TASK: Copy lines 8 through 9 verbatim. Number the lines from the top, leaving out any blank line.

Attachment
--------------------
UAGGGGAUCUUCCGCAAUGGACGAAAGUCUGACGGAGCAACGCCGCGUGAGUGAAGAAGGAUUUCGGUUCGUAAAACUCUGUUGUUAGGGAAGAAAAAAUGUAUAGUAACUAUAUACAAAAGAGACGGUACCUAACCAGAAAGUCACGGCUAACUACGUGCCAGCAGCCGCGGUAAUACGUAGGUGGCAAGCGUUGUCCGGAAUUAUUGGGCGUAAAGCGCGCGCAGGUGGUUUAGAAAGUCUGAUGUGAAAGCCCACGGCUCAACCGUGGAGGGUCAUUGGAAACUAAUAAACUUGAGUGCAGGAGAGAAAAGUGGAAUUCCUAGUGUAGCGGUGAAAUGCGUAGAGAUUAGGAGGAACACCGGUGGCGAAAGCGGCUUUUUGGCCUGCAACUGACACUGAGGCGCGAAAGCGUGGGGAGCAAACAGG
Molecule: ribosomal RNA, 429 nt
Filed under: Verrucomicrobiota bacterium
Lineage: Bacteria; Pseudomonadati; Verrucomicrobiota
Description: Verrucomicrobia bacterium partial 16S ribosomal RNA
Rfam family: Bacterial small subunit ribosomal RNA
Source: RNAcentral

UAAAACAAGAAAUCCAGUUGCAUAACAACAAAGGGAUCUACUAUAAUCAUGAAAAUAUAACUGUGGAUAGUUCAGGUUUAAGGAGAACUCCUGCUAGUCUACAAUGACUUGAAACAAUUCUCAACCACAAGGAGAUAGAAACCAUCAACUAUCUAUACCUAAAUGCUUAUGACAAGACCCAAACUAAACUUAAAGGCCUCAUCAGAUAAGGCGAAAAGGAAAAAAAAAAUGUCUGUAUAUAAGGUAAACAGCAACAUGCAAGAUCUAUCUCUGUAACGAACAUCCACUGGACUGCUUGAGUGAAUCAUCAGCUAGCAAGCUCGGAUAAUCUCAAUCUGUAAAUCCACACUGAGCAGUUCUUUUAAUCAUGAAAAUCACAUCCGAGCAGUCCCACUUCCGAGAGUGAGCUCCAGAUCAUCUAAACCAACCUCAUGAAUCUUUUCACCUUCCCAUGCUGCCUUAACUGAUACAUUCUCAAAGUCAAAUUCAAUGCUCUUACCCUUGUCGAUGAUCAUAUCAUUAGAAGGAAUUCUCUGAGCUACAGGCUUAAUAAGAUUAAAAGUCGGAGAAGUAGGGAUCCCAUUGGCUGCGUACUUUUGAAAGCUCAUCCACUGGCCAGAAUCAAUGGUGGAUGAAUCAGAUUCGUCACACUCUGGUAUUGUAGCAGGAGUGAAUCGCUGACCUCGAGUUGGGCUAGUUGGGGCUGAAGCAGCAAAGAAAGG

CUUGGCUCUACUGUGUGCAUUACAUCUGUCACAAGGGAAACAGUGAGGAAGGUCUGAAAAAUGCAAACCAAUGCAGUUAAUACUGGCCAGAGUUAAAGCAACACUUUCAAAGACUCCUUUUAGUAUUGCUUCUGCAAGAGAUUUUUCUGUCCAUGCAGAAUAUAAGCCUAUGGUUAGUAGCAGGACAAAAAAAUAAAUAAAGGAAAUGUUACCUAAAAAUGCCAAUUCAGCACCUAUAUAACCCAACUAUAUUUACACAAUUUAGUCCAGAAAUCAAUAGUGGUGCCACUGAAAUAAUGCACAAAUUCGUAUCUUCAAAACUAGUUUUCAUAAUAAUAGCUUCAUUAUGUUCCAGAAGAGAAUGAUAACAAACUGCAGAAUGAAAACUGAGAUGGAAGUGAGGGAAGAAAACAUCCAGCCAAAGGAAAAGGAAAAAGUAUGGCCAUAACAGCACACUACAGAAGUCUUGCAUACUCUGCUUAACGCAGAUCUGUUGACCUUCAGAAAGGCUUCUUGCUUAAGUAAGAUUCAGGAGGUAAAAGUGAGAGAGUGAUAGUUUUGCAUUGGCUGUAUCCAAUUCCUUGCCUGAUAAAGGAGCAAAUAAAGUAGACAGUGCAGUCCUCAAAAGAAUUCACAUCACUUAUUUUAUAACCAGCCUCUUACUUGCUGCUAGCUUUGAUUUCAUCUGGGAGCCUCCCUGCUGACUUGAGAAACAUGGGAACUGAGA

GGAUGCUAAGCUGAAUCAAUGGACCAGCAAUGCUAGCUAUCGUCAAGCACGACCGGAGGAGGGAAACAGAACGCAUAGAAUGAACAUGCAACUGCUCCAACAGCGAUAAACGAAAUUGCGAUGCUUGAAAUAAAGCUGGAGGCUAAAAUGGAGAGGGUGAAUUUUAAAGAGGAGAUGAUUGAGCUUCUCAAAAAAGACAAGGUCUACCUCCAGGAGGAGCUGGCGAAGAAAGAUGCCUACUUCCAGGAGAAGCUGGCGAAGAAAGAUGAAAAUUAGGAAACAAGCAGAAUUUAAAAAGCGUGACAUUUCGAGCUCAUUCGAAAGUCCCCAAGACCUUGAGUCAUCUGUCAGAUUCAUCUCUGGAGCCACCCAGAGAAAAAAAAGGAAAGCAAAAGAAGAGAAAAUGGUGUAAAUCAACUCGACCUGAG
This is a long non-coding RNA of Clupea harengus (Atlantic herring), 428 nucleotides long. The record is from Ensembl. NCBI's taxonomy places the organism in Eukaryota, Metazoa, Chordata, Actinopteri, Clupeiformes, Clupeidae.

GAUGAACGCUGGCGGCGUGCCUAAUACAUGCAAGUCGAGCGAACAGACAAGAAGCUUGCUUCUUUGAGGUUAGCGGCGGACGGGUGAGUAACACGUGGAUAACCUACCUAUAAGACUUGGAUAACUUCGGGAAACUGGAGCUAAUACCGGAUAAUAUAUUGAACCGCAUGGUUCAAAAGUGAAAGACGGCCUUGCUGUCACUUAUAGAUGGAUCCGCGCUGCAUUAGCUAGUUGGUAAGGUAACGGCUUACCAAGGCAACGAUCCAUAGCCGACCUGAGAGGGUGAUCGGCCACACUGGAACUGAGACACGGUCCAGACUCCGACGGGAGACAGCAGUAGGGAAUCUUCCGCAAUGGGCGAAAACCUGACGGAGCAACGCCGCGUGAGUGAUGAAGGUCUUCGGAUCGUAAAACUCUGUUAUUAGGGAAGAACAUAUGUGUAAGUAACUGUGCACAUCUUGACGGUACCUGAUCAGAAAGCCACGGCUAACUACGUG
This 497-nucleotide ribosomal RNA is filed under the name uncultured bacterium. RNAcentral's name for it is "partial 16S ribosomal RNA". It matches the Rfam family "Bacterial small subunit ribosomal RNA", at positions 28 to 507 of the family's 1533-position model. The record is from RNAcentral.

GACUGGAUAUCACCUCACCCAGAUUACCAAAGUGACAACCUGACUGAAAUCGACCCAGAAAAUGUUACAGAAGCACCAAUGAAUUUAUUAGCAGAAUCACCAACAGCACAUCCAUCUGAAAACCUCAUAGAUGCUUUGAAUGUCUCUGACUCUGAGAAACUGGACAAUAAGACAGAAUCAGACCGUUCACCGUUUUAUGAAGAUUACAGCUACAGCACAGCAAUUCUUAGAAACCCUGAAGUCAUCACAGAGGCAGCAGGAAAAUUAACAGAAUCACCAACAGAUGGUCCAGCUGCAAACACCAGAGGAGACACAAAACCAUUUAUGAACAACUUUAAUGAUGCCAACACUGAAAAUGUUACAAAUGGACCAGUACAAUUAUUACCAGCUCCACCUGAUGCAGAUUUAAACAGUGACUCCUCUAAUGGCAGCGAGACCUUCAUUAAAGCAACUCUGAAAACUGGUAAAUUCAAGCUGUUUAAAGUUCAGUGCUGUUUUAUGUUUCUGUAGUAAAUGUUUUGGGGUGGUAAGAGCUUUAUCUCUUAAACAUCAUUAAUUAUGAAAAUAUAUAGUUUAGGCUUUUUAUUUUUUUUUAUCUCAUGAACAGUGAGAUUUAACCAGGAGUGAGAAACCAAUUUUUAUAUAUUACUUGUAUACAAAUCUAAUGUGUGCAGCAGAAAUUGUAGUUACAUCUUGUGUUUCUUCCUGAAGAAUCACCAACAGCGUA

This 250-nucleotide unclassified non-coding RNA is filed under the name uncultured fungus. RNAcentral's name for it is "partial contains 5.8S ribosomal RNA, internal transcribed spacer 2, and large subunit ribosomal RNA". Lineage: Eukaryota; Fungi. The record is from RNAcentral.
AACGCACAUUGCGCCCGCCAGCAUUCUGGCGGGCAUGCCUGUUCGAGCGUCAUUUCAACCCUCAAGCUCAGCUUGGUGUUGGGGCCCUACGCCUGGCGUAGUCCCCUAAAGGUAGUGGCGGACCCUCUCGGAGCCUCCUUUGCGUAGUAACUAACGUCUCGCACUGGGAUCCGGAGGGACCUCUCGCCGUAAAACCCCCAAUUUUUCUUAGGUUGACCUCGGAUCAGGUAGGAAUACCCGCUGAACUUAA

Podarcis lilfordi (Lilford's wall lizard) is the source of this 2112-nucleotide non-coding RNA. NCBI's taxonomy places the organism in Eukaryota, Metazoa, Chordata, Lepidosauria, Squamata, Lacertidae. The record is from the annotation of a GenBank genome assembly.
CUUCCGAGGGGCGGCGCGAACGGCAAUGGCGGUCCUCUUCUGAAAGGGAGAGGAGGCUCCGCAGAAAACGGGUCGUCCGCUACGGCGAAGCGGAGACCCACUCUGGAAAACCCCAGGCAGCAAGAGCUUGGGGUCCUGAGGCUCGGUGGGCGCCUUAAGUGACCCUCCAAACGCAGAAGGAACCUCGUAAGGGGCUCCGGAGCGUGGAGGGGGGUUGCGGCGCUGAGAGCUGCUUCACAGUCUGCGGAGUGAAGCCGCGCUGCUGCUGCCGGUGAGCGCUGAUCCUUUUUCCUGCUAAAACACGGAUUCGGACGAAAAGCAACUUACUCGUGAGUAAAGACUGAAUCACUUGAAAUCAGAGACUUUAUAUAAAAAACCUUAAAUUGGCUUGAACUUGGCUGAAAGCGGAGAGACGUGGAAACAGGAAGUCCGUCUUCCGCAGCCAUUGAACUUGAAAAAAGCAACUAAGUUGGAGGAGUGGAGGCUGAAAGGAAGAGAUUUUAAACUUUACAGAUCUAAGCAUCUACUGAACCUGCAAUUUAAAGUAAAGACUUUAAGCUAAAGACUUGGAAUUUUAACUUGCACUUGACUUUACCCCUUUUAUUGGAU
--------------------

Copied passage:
UAAAACAAGAAAUCCAGUUGCAUAACAACAAAGGGAUCUACUAUAAUCAUGAAAAUAUAACUGUGGAUAGUUCAGGUUUAAGGAGAACUCCUGCUAGUCUACAAUGACUUGAAACAAUUCUCAACCACAAGGAGAUAGAAACCAUCAACUAUCUAUACCUAAAUGCUUAUGACAAGACCCAAACUAAACUUAAAGGCCUCAUCAGAUAAGGCGAAAAGGAAAAAAAAAAUGUCUGUAUAUAAGGUAAACAGCAACAUGCAAGAUCUAUCUCUGUAACGAACAUCCACUGGACUGCUUGAGUGAAUCAUCAGCUAGCAAGCUCGGAUAAUCUCAAUCUGUAAAUCCACACUGAGCAGUUCUUUUAAUCAUGAAAAUCACAUCCGAGCAGUCCCACUUCCGAGAGUGAGCUCCAGAUCAUCUAAACCAACCUCAUGAAUCUUUUCACCUUCCCAUGCUGCCUUAACUGAUACAUUCUCAAAGUCAAAUUCAAUGCUCUUACCCUUGUCGAUGAUCAUAUCAUUAGAAGGAAUUCUCUGAGCUACAGGCUUAAUAAGAUUAAAAGUCGGAGAAGUAGGGAUCCCAUUGGCUGCGUACUUUUGAAAGCUCAUCCACUGGCCAGAAUCAAUGGUGGAUGAAUCAGAUUCGUCACACUCUGGUAUUGUAGCAGGAGUGAAUCGCUGACCUCGAGUUGGGCUAGUUGGGGCUGAAGCAGCAAAGAAAGG

CUUGGCUCUACUGUGUGCAUUACAUCUGUCACAAGGGAAACAGUGAGGAAGGUCUGAAAAAUGCAAACCAAUGCAGUUAAUACUGGCCAGAGUUAAAGCAACACUUUCAAAGACUCCUUUUAGUAUUGCUUCUGCAAGAGAUUUUUCUGUCCAUGCAGAAUAUAAGCCUAUGGUUAGUAGCAGGACAAAAAAAUAAAUAAAGGAAAUGUUACCUAAAAAUGCCAAUUCAGCACCUAUAUAACCCAACUAUAUUUACACAAUUUAGUCCAGAAAUCAAUAGUGGUGCCACUGAAAUAAUGCACAAAUUCGUAUCUUCAAAACUAGUUUUCAUAAUAAUAGCUUCAUUAUGUUCCAGAAGAGAAUGAUAACAAACUGCAGAAUGAAAACUGAGAUGGAAGUGAGGGAAGAAAACAUCCAGCCAAAGGAAAAGGAAAAAGUAUGGCCAUAACAGCACACUACAGAAGUCUUGCAUACUCUGCUUAACGCAGAUCUGUUGACCUUCAGAAAGGCUUCUUGCUUAAGUAAGAUUCAGGAGGUAAAAGUGAGAGAGUGAUAGUUUUGCAUUGGCUGUAUCCAAUUCCUUGCCUGAUAAAGGAGCAAAUAAAGUAGACAGUGCAGUCCUCAAAAGAAUUCACAUCACUUAUUUUAUAACCAGCCUCUUACUUGCUGCUAGCUUUGAUUUCAUCUGGGAGCCUCCCUGCUGACUUGAGAAACAUGGGAACUGAGA